Former prime minister Ehud Olmert on Sunday attacked the credibility of the state’s main witness in the Holyland corruption trial, calling him “a liar” and his testimony “fairy tales.” The witness alleged in testimony Sunday that Olmert was involved in bribery surrounding the massive property development.
“The claims are fairy tales issued from the mind of a dubious liar,” Olmert’s spokesman said Sunday. “Instead of putting this man behind bars, the prosecution struck a deal with him, buying him off with millions and continuing to hide his identity from the public, even as he testifies.”
The state’s main witness stepped down from the stand early, citing health reasons, after a five-hour period of questioning Sunday.
Olmert and a host of other officials and businesspeople have been indicted as part of a scandal involving the construction of the large Holyland residential project in Jerusalem.
The prosecution requested to move up the testimony of the state’s witness, identified only as S.D., in February, citing his poor health. The court agreed to hear the state’s witness early, originally scheduling him for 10 hours of testimony a day.
Despite requests by the prosecution to halt the testimony of the witness, who was visibly losing his concentration, Judge David Rosen insisted that he continue as long as he could. After five and a half hours of testimony, including short breaks, the judge accepted the request of the witness and halted the questioning, which is due to resume again Monday morning.
In his testimony the state witness told the court that bribery played a large part in pushing the Holyland project through, and specified that a nine million shekel bribe had been paid to expand the project.
“Without the blessing of Olmert and [former Jerusalem mayor Uri] Lupolianski, the plan would never have come to fruition,” the witness said.
He began his testimony by saying the Holyland developers obtained special building permits by means of bribery.
“The Holyland project’s building rights allowed construction on an area of 25,000 square meters,” he said. “But because of criminal activities carried out with the knowledge, approval and financing of [landowner] Hillel Charney, we were able to obtain a permit for 311,000 square meters.”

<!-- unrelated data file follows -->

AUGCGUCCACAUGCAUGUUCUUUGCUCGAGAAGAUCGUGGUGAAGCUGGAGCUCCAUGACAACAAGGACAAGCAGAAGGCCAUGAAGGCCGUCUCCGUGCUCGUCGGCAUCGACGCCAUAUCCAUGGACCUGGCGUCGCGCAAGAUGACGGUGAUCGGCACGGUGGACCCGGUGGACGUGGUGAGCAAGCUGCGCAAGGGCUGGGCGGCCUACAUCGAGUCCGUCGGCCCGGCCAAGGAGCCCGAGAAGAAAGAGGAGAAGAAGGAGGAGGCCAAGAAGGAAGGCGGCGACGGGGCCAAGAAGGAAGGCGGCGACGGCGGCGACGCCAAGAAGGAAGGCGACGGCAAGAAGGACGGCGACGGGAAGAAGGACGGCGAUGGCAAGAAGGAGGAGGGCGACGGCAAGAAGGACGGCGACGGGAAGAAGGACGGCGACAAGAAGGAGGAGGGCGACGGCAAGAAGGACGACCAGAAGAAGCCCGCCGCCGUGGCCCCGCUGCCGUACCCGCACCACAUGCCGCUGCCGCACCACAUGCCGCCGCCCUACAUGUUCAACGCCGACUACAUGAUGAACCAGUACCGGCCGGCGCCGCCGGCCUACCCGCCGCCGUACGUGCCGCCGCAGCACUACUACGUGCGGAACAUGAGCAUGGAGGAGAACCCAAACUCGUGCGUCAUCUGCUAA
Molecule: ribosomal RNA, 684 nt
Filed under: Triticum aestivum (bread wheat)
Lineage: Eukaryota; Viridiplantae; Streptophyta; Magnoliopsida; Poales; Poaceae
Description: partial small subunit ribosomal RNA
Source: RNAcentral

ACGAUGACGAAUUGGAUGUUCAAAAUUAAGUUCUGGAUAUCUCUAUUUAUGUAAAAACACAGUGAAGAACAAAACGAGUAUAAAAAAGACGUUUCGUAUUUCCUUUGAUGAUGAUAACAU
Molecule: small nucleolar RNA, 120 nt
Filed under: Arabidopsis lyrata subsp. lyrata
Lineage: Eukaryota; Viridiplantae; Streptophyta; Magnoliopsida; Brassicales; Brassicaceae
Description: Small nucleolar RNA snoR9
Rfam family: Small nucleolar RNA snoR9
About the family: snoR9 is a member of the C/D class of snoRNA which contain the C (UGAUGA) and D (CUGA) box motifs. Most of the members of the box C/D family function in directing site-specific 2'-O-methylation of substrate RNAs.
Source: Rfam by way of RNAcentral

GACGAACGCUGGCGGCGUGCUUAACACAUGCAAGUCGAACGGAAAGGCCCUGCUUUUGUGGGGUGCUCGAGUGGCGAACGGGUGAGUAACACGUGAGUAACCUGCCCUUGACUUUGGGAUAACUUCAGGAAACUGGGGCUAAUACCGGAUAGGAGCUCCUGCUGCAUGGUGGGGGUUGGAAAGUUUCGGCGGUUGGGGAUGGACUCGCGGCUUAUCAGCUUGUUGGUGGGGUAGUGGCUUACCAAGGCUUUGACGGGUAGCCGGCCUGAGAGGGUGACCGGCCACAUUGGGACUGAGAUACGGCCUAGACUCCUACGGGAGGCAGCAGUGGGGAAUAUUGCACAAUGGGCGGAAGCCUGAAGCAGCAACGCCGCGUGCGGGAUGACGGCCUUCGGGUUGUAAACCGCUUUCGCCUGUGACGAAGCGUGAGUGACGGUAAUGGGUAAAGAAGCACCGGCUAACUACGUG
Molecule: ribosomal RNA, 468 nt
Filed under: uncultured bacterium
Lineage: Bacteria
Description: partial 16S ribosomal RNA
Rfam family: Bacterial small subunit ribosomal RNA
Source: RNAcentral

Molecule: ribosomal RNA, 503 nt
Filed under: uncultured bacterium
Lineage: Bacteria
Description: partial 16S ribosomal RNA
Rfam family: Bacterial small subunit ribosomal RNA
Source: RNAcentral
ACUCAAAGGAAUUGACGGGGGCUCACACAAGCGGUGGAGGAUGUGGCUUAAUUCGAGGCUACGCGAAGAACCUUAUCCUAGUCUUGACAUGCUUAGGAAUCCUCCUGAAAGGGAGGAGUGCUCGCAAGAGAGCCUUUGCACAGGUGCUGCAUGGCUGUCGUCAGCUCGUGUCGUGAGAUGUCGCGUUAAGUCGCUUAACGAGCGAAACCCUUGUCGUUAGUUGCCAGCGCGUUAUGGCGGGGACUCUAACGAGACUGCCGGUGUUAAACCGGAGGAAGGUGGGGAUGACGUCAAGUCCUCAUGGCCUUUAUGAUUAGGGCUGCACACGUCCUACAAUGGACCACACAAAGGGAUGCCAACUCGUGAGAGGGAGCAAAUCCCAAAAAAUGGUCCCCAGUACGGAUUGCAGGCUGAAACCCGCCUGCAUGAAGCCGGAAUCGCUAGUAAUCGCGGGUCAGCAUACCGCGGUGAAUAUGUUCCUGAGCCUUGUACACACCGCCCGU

The Holyland real estate scandal, considered by many the most serious corruption scandal in Israeli history, implicated Olmert, who served as Jerusalem’s mayor before becoming prime minister; former Jerusalem mayor Lupolianski; and former Israel Lands Administration director Yaakov Efrati, among others.
Olmert, for his part, is being charged with acts allegedly committed while he was mayor, from 1993 to 2003.
Olmert’s media adviser Amir Dan told reporters the Holyland trial state witness’s testimony is “a bunch of ‘One Thousand and One Nights’ tales, issued forth from a liar’s teeming brain.”
Rosen instructed the state witness before the beginning of his testimony to “feel as free as possible and tell the truth and only the truth.”
A verdict for Olmert on a string of other corruption charges, including the Talansky affair and the Rishon Tours affair, is expected July 10.
In the Talansky affair, Olmert is suspected of bribery or campaign finance irregularities while serving as mayor of Jerusalem, with American businessman Morris Talansky being one of the witnesses called against him. In the Rishon Tours affair, the company’s CEO, Emanuel Baumwolspiner, is suspected of involvement in the double billing of Olmert’s travel expenses.
If convicted on all the charges, Olmert could face five years in prison.
The judges will also issue a verdict to Olmert’s personal aid Shula Zaken who was charged with assisting Olmert in processing and hiding bribes.
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